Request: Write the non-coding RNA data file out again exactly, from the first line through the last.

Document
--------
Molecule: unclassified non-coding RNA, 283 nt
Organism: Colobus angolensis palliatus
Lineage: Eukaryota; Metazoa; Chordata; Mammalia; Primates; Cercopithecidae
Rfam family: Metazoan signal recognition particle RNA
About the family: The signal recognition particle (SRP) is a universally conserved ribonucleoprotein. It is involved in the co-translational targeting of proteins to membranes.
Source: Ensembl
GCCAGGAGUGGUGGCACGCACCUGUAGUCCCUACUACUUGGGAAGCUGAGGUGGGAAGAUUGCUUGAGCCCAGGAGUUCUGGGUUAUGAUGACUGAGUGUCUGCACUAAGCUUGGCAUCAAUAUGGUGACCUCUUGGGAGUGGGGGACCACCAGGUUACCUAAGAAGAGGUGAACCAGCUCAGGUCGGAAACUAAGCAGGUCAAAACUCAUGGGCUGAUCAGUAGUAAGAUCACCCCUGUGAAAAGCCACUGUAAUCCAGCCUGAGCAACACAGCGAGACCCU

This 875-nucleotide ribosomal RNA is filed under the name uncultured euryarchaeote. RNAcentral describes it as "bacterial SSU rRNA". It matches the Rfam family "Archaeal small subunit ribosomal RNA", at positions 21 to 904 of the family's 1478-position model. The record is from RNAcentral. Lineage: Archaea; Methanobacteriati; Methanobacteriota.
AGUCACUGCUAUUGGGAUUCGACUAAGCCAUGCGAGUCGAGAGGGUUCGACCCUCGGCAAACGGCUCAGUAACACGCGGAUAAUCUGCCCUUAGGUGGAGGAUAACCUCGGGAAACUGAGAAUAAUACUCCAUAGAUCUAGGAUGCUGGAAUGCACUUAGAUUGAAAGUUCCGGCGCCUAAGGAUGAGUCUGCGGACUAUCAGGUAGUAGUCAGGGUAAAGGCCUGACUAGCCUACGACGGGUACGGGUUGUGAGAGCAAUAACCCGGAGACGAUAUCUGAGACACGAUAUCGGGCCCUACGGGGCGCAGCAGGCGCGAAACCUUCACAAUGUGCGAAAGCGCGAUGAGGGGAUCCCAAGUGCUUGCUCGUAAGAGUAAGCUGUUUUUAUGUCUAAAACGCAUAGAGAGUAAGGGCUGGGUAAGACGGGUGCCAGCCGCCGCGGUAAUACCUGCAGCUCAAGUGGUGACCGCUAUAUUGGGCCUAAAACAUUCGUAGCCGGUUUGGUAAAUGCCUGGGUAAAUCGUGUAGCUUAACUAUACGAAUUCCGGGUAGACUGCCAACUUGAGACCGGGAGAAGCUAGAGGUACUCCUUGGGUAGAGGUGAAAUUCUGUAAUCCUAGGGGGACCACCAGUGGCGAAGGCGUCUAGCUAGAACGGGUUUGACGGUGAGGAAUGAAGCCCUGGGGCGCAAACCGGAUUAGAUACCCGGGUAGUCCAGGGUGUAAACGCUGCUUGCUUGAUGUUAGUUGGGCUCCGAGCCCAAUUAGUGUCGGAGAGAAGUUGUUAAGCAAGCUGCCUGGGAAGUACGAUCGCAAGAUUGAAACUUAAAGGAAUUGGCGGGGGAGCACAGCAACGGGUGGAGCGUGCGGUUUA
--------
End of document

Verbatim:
Molecule: unclassified non-coding RNA, 283 nt
Organism: Colobus angolensis palliatus
Lineage: Eukaryota; Metazoa; Chordata; Mammalia; Primates; Cercopithecidae
Rfam family: Metazoan signal recognition particle RNA
About the family: The signal recognition particle (SRP) is a universally conserved ribonucleoprotein. It is involved in the co-translational targeting of proteins to membranes.
Source: Ensembl
GCCAGGAGUGGUGGCACGCACCUGUAGUCCCUACUACUUGGGAAGCUGAGGUGGGAAGAUUGCUUGAGCCCAGGAGUUCUGGGUUAUGAUGACUGAGUGUCUGCACUAAGCUUGGCAUCAAUAUGGUGACCUCUUGGGAGUGGGGGACCACCAGGUUACCUAAGAAGAGGUGAACCAGCUCAGGUCGGAAACUAAGCAGGUCAAAACUCAUGGGCUGAUCAGUAGUAAGAUCACCCCUGUGAAAAGCCACUGUAAUCCAGCCUGAGCAACACAGCGAGACCCU

This 875-nucleotide ribosomal RNA is filed under the name uncultured euryarchaeote. RNAcentral describes it as "bacterial SSU rRNA". It matches the Rfam family "Archaeal small subunit ribosomal RNA", at positions 21 to 904 of the family's 1478-position model. The record is from RNAcentral. Lineage: Archaea; Methanobacteriati; Methanobacteriota.
AGUCACUGCUAUUGGGAUUCGACUAAGCCAUGCGAGUCGAGAGGGUUCGACCCUCGGCAAACGGCUCAGUAACACGCGGAUAAUCUGCCCUUAGGUGGAGGAUAACCUCGGGAAACUGAGAAUAAUACUCCAUAGAUCUAGGAUGCUGGAAUGCACUUAGAUUGAAAGUUCCGGCGCCUAAGGAUGAGUCUGCGGACUAUCAGGUAGUAGUCAGGGUAAAGGCCUGACUAGCCUACGACGGGUACGGGUUGUGAGAGCAAUAACCCGGAGACGAUAUCUGAGACACGAUAUCGGGCCCUACGGGGCGCAGCAGGCGCGAAACCUUCACAAUGUGCGAAAGCGCGAUGAGGGGAUCCCAAGUGCUUGCUCGUAAGAGUAAGCUGUUUUUAUGUCUAAAACGCAUAGAGAGUAAGGGCUGGGUAAGACGGGUGCCAGCCGCCGCGGUAAUACCUGCAGCUCAAGUGGUGACCGCUAUAUUGGGCCUAAAACAUUCGUAGCCGGUUUGGUAAAUGCCUGGGUAAAUCGUGUAGCUUAACUAUACGAAUUCCGGGUAGACUGCCAACUUGAGACCGGGAGAAGCUAGAGGUACUCCUUGGGUAGAGGUGAAAUUCUGUAAUCCUAGGGGGACCACCAGUGGCGAAGGCGUCUAGCUAGAACGGGUUUGACGGUGAGGAAUGAAGCCCUGGGGCGCAAACCGGAUUAGAUACCCGGGUAGUCCAGGGUGUAAACGCUGCUUGCUUGAUGUUAGUUGGGCUCCGAGCCCAAUUAGUGUCGGAGAGAAGUUGUUAAGCAAGCUGCCUGGGAAGUACGAUCGCAAGAUUGAAACUUAAAGGAAUUGGCGGGGGAGCACAGCAACGGGUGGAGCGUGCGGUUUA